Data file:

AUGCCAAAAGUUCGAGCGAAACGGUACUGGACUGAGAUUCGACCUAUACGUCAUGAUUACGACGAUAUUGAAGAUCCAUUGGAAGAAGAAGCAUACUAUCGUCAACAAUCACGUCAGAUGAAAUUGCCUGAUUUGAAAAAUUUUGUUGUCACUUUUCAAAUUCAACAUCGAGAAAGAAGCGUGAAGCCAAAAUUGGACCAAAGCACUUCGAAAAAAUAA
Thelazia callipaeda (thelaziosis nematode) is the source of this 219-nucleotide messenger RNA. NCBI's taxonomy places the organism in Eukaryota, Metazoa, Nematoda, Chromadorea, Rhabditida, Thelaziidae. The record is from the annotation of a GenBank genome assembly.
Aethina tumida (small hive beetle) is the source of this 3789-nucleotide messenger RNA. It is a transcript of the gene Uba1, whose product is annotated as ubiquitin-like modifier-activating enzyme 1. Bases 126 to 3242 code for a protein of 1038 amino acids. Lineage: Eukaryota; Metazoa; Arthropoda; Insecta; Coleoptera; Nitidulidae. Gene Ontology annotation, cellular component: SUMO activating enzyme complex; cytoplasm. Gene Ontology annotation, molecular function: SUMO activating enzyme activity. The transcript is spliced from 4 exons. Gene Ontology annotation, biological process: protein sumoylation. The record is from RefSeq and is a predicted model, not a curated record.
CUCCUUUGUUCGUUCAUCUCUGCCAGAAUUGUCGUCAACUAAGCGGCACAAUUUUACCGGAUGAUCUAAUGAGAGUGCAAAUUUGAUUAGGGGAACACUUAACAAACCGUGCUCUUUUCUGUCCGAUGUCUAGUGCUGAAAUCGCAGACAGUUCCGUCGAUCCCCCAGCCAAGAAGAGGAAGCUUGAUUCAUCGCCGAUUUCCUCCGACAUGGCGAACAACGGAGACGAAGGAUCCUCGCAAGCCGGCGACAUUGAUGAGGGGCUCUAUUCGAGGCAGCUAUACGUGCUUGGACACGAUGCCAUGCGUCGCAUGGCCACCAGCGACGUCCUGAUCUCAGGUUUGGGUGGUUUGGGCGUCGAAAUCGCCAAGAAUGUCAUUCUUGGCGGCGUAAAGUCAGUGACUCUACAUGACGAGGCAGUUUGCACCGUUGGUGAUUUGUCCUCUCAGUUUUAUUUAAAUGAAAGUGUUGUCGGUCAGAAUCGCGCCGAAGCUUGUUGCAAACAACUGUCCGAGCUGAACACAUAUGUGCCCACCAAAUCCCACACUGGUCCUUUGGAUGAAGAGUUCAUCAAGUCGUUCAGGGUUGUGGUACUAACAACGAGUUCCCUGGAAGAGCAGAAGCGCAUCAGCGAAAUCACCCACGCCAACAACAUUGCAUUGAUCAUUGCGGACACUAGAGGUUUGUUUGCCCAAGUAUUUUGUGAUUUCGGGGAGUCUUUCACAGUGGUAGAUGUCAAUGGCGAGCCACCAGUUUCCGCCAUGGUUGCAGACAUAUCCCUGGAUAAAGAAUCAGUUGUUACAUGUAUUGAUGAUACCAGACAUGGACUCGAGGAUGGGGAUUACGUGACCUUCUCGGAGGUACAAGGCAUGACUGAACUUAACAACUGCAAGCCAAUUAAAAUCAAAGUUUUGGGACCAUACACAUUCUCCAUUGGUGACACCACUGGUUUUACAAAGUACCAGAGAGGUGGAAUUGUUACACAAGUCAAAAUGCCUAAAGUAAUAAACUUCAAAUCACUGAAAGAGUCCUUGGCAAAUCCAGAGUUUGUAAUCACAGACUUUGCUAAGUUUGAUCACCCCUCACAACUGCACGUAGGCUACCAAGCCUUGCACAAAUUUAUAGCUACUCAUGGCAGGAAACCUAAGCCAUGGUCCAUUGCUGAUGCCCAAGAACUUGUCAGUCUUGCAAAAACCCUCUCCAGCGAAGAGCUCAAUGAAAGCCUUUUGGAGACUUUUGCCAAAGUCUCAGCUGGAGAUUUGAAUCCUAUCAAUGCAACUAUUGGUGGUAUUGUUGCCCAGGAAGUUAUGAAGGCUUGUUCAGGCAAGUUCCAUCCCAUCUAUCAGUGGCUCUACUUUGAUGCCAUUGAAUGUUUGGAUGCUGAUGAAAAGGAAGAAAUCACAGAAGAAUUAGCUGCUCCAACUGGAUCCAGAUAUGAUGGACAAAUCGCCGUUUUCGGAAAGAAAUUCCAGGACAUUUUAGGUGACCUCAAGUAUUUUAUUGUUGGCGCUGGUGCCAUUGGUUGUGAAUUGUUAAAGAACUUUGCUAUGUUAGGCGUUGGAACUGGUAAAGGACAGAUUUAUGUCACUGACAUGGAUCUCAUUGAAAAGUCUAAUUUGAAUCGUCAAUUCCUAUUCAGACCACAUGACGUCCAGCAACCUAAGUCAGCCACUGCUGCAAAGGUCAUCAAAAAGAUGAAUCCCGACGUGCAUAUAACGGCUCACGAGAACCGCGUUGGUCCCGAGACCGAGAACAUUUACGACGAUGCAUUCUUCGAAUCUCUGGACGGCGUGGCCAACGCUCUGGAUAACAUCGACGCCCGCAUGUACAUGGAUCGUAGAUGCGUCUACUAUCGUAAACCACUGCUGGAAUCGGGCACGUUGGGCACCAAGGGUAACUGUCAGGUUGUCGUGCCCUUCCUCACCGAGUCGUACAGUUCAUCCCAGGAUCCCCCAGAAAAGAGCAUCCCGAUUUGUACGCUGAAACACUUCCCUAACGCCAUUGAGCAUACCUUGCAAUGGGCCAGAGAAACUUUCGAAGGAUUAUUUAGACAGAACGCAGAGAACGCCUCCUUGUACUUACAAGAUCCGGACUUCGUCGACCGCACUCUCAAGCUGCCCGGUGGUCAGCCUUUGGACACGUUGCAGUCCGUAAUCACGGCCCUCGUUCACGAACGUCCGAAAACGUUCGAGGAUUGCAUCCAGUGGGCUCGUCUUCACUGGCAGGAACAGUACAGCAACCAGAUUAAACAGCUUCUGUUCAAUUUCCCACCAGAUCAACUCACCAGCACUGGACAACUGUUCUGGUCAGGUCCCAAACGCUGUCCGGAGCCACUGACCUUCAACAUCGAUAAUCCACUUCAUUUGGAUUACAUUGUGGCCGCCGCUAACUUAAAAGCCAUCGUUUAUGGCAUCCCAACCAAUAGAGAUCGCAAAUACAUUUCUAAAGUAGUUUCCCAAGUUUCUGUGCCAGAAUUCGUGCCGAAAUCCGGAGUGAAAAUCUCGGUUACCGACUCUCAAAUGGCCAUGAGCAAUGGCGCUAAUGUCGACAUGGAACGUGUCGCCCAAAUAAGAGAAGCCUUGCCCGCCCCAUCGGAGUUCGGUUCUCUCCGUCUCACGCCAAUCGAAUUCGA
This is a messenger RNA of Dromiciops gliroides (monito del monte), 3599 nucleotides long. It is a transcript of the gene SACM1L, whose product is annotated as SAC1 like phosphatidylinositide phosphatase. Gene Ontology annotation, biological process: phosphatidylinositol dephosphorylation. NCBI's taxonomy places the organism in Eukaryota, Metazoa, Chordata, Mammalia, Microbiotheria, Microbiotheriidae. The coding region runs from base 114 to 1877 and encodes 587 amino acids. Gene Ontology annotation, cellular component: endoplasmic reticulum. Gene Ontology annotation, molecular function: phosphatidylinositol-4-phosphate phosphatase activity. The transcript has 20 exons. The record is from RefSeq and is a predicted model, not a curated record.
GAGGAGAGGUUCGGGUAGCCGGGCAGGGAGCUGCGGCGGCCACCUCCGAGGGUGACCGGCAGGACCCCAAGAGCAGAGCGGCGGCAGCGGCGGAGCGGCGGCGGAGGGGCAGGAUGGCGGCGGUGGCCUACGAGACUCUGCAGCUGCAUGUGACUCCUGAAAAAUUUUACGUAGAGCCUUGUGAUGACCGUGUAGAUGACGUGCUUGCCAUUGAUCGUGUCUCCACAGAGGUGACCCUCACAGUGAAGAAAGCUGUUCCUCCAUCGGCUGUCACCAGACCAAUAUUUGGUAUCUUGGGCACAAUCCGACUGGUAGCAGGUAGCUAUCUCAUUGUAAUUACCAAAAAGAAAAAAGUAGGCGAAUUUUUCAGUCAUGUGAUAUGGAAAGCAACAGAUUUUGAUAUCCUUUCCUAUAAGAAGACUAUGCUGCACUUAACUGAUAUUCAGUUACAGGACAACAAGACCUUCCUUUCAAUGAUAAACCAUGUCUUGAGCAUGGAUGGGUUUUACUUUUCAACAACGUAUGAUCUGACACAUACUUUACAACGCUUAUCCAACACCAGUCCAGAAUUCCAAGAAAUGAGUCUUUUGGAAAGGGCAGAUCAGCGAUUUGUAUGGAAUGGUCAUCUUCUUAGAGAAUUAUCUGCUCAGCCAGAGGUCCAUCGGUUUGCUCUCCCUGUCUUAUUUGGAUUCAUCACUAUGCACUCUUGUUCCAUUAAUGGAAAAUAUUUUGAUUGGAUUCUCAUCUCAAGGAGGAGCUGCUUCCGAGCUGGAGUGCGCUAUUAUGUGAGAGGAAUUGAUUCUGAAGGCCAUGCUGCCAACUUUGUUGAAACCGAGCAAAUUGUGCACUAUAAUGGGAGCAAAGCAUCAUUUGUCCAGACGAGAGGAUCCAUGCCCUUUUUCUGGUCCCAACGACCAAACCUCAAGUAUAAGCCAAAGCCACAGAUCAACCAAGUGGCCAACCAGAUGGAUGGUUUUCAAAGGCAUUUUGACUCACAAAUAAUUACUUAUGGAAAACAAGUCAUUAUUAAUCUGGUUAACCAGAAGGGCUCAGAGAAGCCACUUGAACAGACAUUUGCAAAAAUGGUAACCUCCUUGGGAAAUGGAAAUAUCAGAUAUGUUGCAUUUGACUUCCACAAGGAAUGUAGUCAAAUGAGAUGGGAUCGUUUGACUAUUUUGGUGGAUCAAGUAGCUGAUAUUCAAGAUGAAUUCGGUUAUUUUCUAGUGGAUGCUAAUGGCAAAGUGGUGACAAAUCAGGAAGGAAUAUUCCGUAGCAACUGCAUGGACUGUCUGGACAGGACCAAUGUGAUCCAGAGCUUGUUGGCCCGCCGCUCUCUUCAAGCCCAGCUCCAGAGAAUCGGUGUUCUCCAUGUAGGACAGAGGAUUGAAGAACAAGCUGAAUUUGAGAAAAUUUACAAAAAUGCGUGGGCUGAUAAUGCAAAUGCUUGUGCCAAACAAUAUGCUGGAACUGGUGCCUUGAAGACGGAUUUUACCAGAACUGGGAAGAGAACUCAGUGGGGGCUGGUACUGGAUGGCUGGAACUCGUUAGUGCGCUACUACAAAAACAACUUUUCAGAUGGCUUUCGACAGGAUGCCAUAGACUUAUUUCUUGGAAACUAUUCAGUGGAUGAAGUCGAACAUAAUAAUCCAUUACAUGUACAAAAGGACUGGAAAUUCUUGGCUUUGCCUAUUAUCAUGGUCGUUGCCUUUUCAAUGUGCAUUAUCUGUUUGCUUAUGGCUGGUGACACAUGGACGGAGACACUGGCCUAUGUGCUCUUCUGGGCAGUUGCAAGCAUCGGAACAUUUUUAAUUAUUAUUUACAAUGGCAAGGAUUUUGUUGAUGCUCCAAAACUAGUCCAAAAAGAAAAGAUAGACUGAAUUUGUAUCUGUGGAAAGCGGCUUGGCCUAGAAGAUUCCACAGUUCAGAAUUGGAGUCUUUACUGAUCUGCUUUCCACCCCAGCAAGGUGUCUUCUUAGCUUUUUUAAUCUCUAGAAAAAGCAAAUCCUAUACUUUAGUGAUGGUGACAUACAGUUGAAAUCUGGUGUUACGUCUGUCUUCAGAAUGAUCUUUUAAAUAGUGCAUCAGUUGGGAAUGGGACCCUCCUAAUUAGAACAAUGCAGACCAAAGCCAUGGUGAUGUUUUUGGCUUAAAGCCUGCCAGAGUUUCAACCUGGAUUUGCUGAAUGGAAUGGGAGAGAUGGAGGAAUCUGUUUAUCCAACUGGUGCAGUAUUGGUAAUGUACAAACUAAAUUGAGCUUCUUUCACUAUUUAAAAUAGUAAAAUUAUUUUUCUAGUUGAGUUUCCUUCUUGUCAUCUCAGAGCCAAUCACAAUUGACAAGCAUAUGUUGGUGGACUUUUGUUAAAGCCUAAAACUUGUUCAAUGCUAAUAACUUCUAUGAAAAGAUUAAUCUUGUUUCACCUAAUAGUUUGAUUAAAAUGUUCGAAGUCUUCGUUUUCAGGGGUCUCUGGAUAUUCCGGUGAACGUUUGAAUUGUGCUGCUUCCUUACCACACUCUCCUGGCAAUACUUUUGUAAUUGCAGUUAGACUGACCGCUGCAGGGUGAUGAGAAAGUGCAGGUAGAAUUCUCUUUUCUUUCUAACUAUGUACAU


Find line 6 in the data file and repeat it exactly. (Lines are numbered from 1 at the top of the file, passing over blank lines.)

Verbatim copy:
GAGGAGAGGUUCGGGUAGCCGGGCAGGGAGCUGCGGCGGCCACCUCCGAGGGUGACCGGCAGGACCCCAAGAGCAGAGCGGCGGCAGCGGCGGAGCGGCGGCGGAGGGGCAGGAUGGCGGCGGUGGCCUACGAGACUCUGCAGCUGCAUGUGACUCCUGAAAAAUUUUACGUAGAGCCUUGUGAUGACCGUGUAGAUGACGUGCUUGCCAUUGAUCGUGUCUCCACAGAGGUGACCCUCACAGUGAAGAAAGCUGUUCCUCCAUCGGCUGUCACCAGACCAAUAUUUGGUAUCUUGGGCACAAUCCGACUGGUAGCAGGUAGCUAUCUCAUUGUAAUUACCAAAAAGAAAAAAGUAGGCGAAUUUUUCAGUCAUGUGAUAUGGAAAGCAACAGAUUUUGAUAUCCUUUCCUAUAAGAAGACUAUGCUGCACUUAACUGAUAUUCAGUUACAGGACAACAAGACCUUCCUUUCAAUGAUAAACCAUGUCUUGAGCAUGGAUGGGUUUUACUUUUCAACAACGUAUGAUCUGACACAUACUUUACAACGCUUAUCCAACACCAGUCCAGAAUUCCAAGAAAUGAGUCUUUUGGAAAGGGCAGAUCAGCGAUUUGUAUGGAAUGGUCAUCUUCUUAGAGAAUUAUCUGCUCAGCCAGAGGUCCAUCGGUUUGCUCUCCCUGUCUUAUUUGGAUUCAUCACUAUGCACUCUUGUUCCAUUAAUGGAAAAUAUUUUGAUUGGAUUCUCAUCUCAAGGAGGAGCUGCUUCCGAGCUGGAGUGCGCUAUUAUGUGAGAGGAAUUGAUUCUGAAGGCCAUGCUGCCAACUUUGUUGAAACCGAGCAAAUUGUGCACUAUAAUGGGAGCAAAGCAUCAUUUGUCCAGACGAGAGGAUCCAUGCCCUUUUUCUGGUCCCAACGACCAAACCUCAAGUAUAAGCCAAAGCCACAGAUCAACCAAGUGGCCAACCAGAUGGAUGGUUUUCAAAGGCAUUUUGACUCACAAAUAAUUACUUAUGGAAAACAAGUCAUUAUUAAUCUGGUUAACCAGAAGGGCUCAGAGAAGCCACUUGAACAGACAUUUGCAAAAAUGGUAACCUCCUUGGGAAAUGGAAAUAUCAGAUAUGUUGCAUUUGACUUCCACAAGGAAUGUAGUCAAAUGAGAUGGGAUCGUUUGACUAUUUUGGUGGAUCAAGUAGCUGAUAUUCAAGAUGAAUUCGGUUAUUUUCUAGUGGAUGCUAAUGGCAAAGUGGUGACAAAUCAGGAAGGAAUAUUCCGUAGCAACUGCAUGGACUGUCUGGACAGGACCAAUGUGAUCCAGAGCUUGUUGGCCCGCCGCUCUCUUCAAGCCCAGCUCCAGAGAAUCGGUGUUCUCCAUGUAGGACAGAGGAUUGAAGAACAAGCUGAAUUUGAGAAAAUUUACAAAAAUGCGUGGGCUGAUAAUGCAAAUGCUUGUGCCAAACAAUAUGCUGGAACUGGUGCCUUGAAGACGGAUUUUACCAGAACUGGGAAGAGAACUCAGUGGGGGCUGGUACUGGAUGGCUGGAACUCGUUAGUGCGCUACUACAAAAACAACUUUUCAGAUGGCUUUCGACAGGAUGCCAUAGACUUAUUUCUUGGAAACUAUUCAGUGGAUGAAGUCGAACAUAAUAAUCCAUUACAUGUACAAAAGGACUGGAAAUUCUUGGCUUUGCCUAUUAUCAUGGUCGUUGCCUUUUCAAUGUGCAUUAUCUGUUUGCUUAUGGCUGGUGACACAUGGACGGAGACACUGGCCUAUGUGCUCUUCUGGGCAGUUGCAAGCAUCGGAACAUUUUUAAUUAUUAUUUACAAUGGCAAGGAUUUUGUUGAUGCUCCAAAACUAGUCCAAAAAGAAAAGAUAGACUGAAUUUGUAUCUGUGGAAAGCGGCUUGGCCUAGAAGAUUCCACAGUUCAGAAUUGGAGUCUUUACUGAUCUGCUUUCCACCCCAGCAAGGUGUCUUCUUAGCUUUUUUAAUCUCUAGAAAAAGCAAAUCCUAUACUUUAGUGAUGGUGACAUACAGUUGAAAUCUGGUGUUACGUCUGUCUUCAGAAUGAUCUUUUAAAUAGUGCAUCAGUUGGGAAUGGGACCCUCCUAAUUAGAACAAUGCAGACCAAAGCCAUGGUGAUGUUUUUGGCUUAAAGCCUGCCAGAGUUUCAACCUGGAUUUGCUGAAUGGAAUGGGAGAGAUGGAGGAAUCUGUUUAUCCAACUGGUGCAGUAUUGGUAAUGUACAAACUAAAUUGAGCUUCUUUCACUAUUUAAAAUAGUAAAAUUAUUUUUCUAGUUGAGUUUCCUUCUUGUCAUCUCAGAGCCAAUCACAAUUGACAAGCAUAUGUUGGUGGACUUUUGUUAAAGCCUAAAACUUGUUCAAUGCUAAUAACUUCUAUGAAAAGAUUAAUCUUGUUUCACCUAAUAGUUUGAUUAAAAUGUUCGAAGUCUUCGUUUUCAGGGGUCUCUGGAUAUUCCGGUGAACGUUUGAAUUGUGCUGCUUCCUUACCACACUCUCCUGGCAAUACUUUUGUAAUUGCAGUUAGACUGACCGCUGCAGGGUGAUGAGAAAGUGCAGGUAGAAUUCUCUUUUCUUUCUAACUAUGUACAU